Ah! I might have found something. I got to A Passage to India and remembered the clash between Davis and David Lean. I googled that and ended up finding another interview! It was done in 1997.

Davis says she’s never been political. That’s something else we don’t have in common. I’m somewhat political.

I like this quote from Davis. It’s raw and honest. She’s told she’s like her characters in that she doesn’t care about being popular. Davis responds, I do care if I’m popular. I’m just not good at playing the game. I wish I was better at it. I can relate to that. I like being popular. I like being liked. The problem is I happen to be the type of person who’s not liked by that many people. I’m difficult. I’m weird. I have a hard time pretending something I’m not. And that which I’m not is what most people are comfortable with.

Davis says she was frightened of David Lean.

She said she tried on costumes for him and he dismissed them. I guess he was acting insensitive and difficult.

Davis says she likes working with Woody Allen. I have to admit. I like the guy. Yeah, it was kind of rude of him to run off with his wife’s daughter. But they’re still together. Maybe it’s true love. I don’t know.

Anyway, I’m getting tired.

IMDb is working slow so it’s hard to click on all the movies to see if I’m interested in any of them.

I’m going to give up.


„In Dollars, It’s much Less“ – Kritik: TO ROME WITH LOVE

O: To Rome With Love, ITA/USA 2012 R: Woody Allen mit Alec Baldwin, Jesse Eisenberg, Woody Allen, Judy Davis, Ellen Page, Flavio Parenti, Fabio Armiliato, Roberto Benigni und Greta Gerwig 

Allen, der kultig-ulkige (Stadt)Neurotiker, der, der so etwas an sich hat, so eine
spezielle Art von Humor – schwer zu beschreiben. Seine Filme sind namhaft für
erzählerische Leichtigkeit, weil sie meinen, was sie zeigen und dabei immer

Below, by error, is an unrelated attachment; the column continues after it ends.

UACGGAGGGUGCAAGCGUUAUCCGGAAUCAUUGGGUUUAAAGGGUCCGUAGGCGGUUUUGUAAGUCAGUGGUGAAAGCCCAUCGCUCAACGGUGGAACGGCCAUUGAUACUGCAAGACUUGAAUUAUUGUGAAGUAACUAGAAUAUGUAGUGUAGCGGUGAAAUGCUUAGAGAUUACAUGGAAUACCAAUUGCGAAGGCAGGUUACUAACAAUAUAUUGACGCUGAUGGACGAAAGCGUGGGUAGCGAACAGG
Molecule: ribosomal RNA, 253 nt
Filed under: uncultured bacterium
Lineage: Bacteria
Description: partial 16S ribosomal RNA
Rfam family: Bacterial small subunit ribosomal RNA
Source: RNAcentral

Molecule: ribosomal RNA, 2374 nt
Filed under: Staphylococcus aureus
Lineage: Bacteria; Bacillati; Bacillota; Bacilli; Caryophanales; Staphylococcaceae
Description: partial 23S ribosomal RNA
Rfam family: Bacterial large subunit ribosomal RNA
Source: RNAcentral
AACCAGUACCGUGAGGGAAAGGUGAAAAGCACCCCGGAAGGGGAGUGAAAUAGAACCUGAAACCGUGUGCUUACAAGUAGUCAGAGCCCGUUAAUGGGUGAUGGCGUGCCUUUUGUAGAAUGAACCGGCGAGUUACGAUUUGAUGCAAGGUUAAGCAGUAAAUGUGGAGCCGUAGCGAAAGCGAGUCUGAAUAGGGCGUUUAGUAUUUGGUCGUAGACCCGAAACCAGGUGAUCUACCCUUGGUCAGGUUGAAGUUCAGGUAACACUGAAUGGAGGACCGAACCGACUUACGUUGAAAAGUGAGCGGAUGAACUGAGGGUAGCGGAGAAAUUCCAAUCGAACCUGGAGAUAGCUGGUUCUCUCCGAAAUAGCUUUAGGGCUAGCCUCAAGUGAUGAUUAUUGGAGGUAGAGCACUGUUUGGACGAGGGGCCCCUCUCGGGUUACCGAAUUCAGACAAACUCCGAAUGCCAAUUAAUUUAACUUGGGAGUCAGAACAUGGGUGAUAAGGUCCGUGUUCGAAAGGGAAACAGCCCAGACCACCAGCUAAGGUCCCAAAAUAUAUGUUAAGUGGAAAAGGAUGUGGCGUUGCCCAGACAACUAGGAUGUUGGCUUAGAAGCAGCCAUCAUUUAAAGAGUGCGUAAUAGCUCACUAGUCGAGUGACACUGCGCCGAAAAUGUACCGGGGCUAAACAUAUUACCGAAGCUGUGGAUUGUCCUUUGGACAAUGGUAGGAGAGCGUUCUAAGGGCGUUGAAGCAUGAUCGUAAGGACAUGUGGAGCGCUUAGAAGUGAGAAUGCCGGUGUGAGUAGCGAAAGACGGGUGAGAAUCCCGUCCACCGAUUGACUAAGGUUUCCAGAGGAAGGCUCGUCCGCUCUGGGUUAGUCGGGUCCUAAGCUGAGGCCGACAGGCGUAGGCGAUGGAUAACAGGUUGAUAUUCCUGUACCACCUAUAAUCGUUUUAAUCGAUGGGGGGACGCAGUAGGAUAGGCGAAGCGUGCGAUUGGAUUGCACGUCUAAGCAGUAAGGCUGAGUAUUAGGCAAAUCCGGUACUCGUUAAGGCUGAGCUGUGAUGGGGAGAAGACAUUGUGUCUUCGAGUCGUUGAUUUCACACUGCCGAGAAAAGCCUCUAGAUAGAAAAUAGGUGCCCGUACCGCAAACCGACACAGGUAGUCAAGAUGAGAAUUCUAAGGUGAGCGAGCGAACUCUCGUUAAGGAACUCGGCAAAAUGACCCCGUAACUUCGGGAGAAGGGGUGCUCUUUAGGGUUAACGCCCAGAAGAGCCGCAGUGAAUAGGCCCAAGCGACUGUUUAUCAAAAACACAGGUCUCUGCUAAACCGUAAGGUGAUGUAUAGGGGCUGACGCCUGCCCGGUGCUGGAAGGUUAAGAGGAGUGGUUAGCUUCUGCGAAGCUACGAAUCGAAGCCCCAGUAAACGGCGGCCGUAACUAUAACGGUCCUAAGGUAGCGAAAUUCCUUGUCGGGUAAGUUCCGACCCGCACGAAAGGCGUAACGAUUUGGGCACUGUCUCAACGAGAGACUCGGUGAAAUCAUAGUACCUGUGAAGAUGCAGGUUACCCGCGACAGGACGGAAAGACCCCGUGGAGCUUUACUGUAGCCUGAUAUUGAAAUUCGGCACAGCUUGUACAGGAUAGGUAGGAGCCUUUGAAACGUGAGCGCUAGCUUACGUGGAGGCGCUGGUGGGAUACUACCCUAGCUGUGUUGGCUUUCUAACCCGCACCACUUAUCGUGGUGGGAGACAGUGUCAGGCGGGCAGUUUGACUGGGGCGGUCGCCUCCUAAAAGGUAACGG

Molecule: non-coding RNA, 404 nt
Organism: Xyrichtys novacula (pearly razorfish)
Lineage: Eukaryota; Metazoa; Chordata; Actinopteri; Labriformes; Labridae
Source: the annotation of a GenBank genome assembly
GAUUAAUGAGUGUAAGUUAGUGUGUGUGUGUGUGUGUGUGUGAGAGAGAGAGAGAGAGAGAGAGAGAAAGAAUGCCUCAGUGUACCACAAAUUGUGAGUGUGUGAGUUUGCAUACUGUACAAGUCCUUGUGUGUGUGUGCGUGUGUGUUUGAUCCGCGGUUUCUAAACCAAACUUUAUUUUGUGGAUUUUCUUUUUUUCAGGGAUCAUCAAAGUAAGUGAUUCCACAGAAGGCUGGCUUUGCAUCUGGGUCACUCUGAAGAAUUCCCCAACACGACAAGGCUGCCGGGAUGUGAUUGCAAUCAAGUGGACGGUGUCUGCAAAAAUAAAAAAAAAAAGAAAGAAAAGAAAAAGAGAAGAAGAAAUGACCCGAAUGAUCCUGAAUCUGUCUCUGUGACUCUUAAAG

menschlich bleiben. Sie stehen für einen lockeren Rhythmus in
Schrittgeschwindigkeit und sind doch immer recht… dezent? Aber vor allem sind
sie sehr charmant!

Um was geht’s?
Ein Ausschnitt: Der italienische und in Rom lebende Architekturstudent Jack (Jesse Eisenberg) lernt auf dem Weg nach Hause den bekannten amerikanischen Architekt John (Alec Baldwin) kennen, mit dem er sich schnell anfreundet. Seine Freundin Sally (Greta Gerwing), mit der er glücklich eine Beziehung führt, nimmt indes ihre frisch getrennte Freundin Monica (Ellen Page) bei ihnen zu Hause auf, zu der sich Jack ziemlich schnell und ziemlich heftig hingezogen fühlt – oder besser: Sie hat so eine (sexuellen) Aura. Währenddessen reisen Jerry (Woody Allen), ein ehemaliger Opernregisseur, und seine Frau Phyllis (Judy Davis) nach Rom, um Michelangelo (Flavio Parenti), ihren zukünftigen Schwiegersohn, und dessen Familie kennenzulernen. Als Jerry den Vater von Michelangelo unter der Dusche singen hört, weiß der vom Rentenalltag gelangweilte Amerikaner genau: Auf ihn wartet eine große Karriere…

Die Kritik:

um Lügen und die Beichte morgen früh um Acht zu umgehen: Ja, ich sündige, das
war mein erster Allen! Aua. Aua! Nicht schlagen! Ich weiß doch, dass es eine Schande
ist, und der ein oder andere wird sich  nun vielleicht an die Stirn fassen, sie runzeln und sich fragen, wie ich es soweit im Leben gebracht habe. Den Allen umgangen,
so eine Schweinerei. Ich gelobe mir aber Besserung, denn vor nicht allzu langer
Zeit habe ich es getan. Ich habe Allen geguckt! Mit TO ROME WITH LOVE habe ich die Affäre begonnen. Und nur so viel
vorweg: gerne wieder. Aber das nächste Mal dann lieber in Paris, der
Abwechslung halber.

die Abwechslung immer da sein dürfte, wenn ich es mit Woody mache. Stilistisch
und in Sachen Tempo und Größe hängt der den anderen definitiv hinterher. Aber
die Lieblichkeit, mit der Allen den Regiestab führt, hat mich doch so sehr umgarnt, dass ich mich kaum zügeln kann, bis wir unsere Rendezvous in Paris in Nacht
fortsetzen. So erzählt der Film (Synonym: mein erster Allen) romantische
Kurzgeschichten aus „Amore Roma“, die nicht wirklich viel bieten, dennoch aber
unauffällig sympathisch sind. Etwas trottelig sind sie derweil alle, die Menschen,
die wir durch Rom und ihre ganz persönliche Odyssee des „Amore“-Faktors, der
Liebe begleiten. TO ROME WITH LOVE ist
keiner dieser verstrickten Episodenfilme, wo Person A Person B streift, während